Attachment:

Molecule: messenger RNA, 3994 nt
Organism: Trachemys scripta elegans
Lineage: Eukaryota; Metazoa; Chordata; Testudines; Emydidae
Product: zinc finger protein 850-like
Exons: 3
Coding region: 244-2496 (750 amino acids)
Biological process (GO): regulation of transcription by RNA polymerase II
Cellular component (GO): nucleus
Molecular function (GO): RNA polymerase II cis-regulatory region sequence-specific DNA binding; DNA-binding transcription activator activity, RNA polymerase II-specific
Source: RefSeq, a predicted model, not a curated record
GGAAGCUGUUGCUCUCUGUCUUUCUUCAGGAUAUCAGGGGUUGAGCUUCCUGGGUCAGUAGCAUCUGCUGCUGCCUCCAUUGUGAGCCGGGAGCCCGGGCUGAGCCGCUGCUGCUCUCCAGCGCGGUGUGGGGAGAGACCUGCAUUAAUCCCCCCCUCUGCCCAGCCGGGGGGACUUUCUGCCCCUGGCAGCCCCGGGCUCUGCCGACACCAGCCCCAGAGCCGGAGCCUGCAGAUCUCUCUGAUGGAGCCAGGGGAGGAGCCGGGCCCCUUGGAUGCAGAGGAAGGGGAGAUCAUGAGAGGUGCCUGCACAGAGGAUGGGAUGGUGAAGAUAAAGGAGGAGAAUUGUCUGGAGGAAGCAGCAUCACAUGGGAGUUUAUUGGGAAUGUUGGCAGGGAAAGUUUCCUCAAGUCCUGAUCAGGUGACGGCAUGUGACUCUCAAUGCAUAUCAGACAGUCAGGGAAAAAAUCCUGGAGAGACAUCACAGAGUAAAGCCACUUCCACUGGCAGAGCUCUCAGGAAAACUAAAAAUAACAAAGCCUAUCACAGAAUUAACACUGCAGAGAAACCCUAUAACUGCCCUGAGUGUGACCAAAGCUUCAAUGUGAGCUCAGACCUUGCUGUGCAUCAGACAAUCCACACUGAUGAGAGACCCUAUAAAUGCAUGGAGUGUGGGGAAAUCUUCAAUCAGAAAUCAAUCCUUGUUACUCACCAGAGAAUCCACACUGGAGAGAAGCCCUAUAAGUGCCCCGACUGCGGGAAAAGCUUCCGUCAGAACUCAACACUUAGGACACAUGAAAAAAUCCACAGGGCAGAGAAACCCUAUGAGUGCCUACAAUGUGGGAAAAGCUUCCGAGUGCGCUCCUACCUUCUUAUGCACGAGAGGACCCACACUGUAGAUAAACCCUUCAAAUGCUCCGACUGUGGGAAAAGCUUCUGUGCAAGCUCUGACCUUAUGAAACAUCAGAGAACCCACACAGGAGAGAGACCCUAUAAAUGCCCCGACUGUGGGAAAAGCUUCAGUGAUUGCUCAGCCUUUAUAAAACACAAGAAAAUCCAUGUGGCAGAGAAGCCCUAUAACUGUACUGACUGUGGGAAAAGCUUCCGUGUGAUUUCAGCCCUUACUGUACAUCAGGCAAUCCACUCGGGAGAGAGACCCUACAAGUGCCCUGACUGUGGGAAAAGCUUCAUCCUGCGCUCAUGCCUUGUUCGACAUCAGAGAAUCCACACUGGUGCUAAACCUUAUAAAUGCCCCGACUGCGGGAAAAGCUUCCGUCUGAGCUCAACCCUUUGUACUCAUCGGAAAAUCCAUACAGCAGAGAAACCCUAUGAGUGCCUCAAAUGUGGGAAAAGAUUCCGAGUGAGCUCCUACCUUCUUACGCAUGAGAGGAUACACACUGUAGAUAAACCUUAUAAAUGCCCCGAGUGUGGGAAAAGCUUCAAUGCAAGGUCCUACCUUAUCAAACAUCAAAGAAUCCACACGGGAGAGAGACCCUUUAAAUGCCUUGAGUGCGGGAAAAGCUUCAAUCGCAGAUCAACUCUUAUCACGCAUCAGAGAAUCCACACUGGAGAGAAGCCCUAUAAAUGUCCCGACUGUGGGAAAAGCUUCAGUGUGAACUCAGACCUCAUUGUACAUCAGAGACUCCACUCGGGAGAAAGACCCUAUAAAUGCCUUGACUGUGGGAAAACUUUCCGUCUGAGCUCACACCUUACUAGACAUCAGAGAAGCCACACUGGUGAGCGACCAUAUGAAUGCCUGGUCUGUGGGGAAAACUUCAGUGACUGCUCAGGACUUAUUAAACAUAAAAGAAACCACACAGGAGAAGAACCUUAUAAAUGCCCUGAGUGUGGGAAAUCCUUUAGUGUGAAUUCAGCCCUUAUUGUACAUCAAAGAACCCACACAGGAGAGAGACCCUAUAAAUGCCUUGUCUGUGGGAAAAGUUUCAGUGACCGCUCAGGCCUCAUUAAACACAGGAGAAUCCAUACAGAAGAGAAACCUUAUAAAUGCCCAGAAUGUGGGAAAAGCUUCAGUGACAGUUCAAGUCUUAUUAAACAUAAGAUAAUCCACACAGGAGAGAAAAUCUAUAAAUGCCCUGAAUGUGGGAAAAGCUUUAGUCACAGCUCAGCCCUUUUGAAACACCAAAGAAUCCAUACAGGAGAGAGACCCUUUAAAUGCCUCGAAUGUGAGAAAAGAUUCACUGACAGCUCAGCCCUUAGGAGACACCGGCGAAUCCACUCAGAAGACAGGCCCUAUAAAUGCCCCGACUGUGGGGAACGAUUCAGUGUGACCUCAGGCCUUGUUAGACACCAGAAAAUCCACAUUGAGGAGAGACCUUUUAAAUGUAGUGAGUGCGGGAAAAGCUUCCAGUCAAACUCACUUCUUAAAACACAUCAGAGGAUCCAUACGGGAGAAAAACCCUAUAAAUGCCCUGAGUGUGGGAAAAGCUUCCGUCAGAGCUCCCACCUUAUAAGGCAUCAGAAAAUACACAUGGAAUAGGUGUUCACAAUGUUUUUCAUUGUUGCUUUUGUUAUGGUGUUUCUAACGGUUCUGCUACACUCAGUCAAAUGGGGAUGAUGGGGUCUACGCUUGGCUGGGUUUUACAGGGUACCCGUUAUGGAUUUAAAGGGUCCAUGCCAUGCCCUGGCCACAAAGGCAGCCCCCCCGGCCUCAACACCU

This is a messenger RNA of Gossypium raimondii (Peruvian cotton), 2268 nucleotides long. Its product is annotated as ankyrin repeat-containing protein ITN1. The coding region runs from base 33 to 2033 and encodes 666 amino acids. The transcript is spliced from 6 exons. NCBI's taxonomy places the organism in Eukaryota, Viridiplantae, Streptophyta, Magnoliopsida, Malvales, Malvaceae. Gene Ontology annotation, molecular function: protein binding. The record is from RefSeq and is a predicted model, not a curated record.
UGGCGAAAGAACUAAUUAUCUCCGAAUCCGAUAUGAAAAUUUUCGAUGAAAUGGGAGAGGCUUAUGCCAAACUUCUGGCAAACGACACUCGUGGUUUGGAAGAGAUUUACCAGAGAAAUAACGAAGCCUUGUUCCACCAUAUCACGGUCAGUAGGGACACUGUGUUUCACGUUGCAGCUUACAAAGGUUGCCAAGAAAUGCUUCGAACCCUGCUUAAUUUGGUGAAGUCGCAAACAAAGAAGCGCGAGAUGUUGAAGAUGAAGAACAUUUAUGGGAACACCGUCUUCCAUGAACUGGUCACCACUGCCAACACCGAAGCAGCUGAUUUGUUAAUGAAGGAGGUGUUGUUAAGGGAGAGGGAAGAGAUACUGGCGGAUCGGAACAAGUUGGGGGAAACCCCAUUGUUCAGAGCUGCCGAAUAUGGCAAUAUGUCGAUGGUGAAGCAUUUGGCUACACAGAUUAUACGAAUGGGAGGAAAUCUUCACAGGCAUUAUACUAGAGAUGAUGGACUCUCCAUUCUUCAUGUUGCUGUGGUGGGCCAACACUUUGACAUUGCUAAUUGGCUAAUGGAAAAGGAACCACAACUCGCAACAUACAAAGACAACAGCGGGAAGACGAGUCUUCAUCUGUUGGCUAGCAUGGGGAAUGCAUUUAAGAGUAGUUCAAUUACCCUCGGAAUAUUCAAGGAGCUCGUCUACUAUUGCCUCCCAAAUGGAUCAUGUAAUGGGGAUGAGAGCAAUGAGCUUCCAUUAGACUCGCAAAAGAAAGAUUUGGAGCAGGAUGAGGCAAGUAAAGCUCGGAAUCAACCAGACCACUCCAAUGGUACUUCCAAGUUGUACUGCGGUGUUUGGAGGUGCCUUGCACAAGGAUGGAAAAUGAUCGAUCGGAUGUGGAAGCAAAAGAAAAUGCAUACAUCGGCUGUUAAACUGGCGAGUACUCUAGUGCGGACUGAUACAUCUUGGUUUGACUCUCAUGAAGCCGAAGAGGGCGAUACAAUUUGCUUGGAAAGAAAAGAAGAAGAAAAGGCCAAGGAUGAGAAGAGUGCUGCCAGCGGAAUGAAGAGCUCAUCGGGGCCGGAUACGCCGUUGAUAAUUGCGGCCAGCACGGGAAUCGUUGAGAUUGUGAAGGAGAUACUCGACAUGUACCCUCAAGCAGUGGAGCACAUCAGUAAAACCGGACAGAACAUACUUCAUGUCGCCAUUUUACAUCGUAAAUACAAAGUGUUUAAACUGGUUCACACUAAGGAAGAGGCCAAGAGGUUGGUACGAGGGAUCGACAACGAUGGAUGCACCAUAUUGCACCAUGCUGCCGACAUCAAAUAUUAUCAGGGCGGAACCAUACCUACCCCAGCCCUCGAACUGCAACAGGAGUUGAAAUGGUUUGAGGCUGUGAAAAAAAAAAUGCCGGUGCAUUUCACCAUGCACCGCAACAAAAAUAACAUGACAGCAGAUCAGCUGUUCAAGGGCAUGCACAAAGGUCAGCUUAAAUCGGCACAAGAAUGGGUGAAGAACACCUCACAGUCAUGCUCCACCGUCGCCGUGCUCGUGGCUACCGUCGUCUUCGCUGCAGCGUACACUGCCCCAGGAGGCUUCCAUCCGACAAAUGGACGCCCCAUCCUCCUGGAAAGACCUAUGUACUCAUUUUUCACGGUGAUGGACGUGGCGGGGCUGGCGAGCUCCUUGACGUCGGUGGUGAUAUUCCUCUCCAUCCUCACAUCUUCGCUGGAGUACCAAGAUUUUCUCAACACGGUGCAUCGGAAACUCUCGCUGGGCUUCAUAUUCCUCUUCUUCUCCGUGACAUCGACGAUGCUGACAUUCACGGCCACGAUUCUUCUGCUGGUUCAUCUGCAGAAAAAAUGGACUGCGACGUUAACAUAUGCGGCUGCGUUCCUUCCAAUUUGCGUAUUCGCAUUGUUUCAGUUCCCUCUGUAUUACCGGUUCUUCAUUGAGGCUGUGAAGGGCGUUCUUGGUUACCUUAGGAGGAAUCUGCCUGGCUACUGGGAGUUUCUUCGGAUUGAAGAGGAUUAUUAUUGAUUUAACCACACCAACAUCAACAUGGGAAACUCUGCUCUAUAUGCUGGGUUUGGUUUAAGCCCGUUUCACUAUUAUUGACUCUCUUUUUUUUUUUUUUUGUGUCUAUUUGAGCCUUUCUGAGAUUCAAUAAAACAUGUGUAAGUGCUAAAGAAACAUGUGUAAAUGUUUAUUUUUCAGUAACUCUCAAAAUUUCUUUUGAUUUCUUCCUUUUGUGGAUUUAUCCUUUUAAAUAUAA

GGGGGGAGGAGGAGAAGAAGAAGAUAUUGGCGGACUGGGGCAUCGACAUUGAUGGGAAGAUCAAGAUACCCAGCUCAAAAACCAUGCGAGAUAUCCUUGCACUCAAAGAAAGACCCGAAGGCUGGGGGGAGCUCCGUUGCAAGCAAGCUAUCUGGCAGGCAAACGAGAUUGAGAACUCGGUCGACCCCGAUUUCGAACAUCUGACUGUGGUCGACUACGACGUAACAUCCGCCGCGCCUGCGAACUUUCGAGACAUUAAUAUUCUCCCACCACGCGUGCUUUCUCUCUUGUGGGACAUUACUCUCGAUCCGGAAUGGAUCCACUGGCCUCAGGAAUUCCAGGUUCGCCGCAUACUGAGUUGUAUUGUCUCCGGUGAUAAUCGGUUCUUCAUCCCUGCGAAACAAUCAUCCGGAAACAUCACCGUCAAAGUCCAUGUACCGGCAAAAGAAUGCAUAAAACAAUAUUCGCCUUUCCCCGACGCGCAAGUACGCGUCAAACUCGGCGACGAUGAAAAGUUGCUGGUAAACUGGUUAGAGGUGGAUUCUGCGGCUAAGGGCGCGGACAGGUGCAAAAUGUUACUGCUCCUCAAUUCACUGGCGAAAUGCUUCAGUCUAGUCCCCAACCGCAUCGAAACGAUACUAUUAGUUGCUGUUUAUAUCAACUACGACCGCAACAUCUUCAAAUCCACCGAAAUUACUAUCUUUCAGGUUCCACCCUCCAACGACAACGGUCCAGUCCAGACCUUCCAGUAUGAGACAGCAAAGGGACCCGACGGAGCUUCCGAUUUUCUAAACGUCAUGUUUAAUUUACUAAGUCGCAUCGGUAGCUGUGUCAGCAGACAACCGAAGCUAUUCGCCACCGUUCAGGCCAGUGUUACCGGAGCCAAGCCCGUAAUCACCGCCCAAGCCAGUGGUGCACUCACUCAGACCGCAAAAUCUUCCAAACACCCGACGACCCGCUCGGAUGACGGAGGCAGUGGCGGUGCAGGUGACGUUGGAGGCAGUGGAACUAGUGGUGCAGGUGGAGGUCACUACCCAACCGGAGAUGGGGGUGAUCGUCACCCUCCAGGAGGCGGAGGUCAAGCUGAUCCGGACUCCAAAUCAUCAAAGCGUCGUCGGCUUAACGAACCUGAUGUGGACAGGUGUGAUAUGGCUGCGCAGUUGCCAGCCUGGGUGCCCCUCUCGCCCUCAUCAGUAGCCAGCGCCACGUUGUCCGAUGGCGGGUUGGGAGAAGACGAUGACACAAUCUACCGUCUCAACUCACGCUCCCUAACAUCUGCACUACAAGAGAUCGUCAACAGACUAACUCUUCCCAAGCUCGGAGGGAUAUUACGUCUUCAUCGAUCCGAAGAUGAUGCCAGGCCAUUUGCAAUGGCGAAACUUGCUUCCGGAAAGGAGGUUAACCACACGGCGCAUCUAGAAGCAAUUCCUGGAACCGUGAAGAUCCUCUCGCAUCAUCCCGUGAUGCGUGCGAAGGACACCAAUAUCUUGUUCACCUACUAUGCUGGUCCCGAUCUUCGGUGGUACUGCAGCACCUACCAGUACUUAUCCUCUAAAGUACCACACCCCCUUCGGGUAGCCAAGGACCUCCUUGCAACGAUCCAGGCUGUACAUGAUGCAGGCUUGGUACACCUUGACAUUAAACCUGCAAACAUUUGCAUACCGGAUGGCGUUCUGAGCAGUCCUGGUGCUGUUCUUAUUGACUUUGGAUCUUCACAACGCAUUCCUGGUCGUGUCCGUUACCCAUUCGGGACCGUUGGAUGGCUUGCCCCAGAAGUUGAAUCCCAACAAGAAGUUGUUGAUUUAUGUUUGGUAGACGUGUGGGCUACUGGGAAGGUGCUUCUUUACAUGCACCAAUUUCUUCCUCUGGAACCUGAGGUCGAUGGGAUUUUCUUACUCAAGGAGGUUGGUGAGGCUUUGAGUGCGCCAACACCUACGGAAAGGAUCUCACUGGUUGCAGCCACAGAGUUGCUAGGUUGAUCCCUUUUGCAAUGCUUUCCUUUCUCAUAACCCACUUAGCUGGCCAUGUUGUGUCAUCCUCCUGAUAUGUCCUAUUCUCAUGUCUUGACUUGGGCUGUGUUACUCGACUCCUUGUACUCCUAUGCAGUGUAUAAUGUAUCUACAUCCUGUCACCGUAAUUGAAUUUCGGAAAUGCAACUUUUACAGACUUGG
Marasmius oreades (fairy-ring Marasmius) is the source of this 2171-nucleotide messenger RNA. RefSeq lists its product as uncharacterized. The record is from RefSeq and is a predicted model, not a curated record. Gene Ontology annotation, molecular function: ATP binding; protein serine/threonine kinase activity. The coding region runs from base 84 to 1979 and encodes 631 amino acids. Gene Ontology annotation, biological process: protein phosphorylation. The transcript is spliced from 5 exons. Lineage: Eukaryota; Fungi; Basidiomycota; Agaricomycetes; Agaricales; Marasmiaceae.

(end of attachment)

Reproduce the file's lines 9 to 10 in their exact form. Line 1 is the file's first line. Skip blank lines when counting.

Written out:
Molecular function (GO): RNA polymerase II cis-regulatory region sequence-specific DNA binding; DNA-binding transcription activator activity, RNA polymerase II-specific
Source: RefSeq, a predicted model, not a curated record